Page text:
January 11, 2016

The figure a shot makes

It's about trusting yourself rather than premeditating events, achieving simplicity in a complex environment, and finding clarity in the midst of a contest

Good shot or truly great one? © Getty Images

With something between naivety and irreverence, I have moved some words around that belong to someone else. He is dead, and the impossibility of asking his permission makes me more anxious, for I revere his work.

I've been asking myself a simple, difficult question: what does a great cricket shot look like; a really great one? What feeling does it inspire, how might we play great shots more often, and, as spectators, recognise them more fully? I'm not talking about a shot that is merely proficient and robust but something memorable and surprising. The type of shot that makes you look around the room for someone to share it with. A shot that makes you believe that sport - more than being just competition, business and entertainment - can also, momentarily, touch the heights of the arts.

The problem is that my answers kept coming back to a short essay written by a great writer. I read it many years ago in a different context. Once read, I could not put to one side. Trying to answer my own question without reference to his piece would have felt like a secret theft. So I'd rather tinker with the original than try to deny; it might be a risk but at least I am being honest:

It begins in delight, it inclines to the impulse, it assumes direction with the first movement taken, it runs a course of lucky events, and it ends in a clarification - not necessarily a great clarification, but in a momentary stay against confusion. It has an outcome that though unforeseen was predestined from the first image of the original mood. It finds its own name as it goes.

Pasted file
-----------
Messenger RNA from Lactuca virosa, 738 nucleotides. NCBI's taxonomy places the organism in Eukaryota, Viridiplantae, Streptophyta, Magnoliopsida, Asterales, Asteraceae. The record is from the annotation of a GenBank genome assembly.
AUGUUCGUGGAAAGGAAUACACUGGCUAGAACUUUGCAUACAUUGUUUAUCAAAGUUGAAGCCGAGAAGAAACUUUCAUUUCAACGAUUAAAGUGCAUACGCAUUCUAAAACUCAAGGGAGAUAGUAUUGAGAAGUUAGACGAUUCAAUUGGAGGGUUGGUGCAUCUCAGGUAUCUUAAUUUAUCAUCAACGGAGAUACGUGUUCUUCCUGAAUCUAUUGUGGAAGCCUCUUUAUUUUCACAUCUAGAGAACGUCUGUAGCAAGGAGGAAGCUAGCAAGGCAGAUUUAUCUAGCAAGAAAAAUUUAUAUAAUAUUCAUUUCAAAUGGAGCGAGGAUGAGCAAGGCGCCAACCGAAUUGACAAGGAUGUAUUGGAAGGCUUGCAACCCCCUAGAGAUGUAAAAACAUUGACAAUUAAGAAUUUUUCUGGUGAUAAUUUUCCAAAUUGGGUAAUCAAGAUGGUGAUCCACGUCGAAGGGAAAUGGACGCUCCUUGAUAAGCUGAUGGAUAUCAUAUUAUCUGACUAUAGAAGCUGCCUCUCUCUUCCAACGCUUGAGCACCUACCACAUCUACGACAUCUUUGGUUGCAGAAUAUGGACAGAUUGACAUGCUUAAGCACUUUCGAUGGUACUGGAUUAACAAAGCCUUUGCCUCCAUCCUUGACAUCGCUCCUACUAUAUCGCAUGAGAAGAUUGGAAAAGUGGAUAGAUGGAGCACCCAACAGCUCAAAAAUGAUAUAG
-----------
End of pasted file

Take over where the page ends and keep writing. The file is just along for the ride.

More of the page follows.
The shot will have more charm for not having the immaculateness of a textbook. We enjoy the straight crookedness of a good walking stick.

Its logic is backwards, in retrospect, after the act. The shot must be felt rather than seen ahead. There must have been the greatest freedom for each part of the body to move, affinity being the only consideration.

Coaches and great players thrown together are often annoyed at the puzzle of where they differ. Both work from knowledge; but I suspect they differ most importantly in the way their knowledge is come by. Coaches get theirs with conscientious thoroughness along projected lines of logic; players theirs cavalierly.

Great players stick to nothing deliberately, but allow what works to stick to them. No acquirement is on assignment. They do not study, they figure things out. Knowledge of the second kind is much more available in the wild free ways of play and performance. A great player snatches something useful from a previous place and finds it a new home - with not a hint remaining of its former context.

Like a piece of ice on a hot stove, a great shot must ride on its own melting. It cannot be worried in being. Its most precious quality is having run itself and carried the player with it, unfolding by surprise as it went.

The act described here, as you may well have guessed, is not the making of a cricket shot. It is the writing of a poem. The comparison is not drawn between coaches and players, but between critics and artists. The writer knew nothing of cricket, though he did once write for Sports Illustrated and argued: "Poets are like baseball pitchers. Both have their moments and the intervals are the tough things."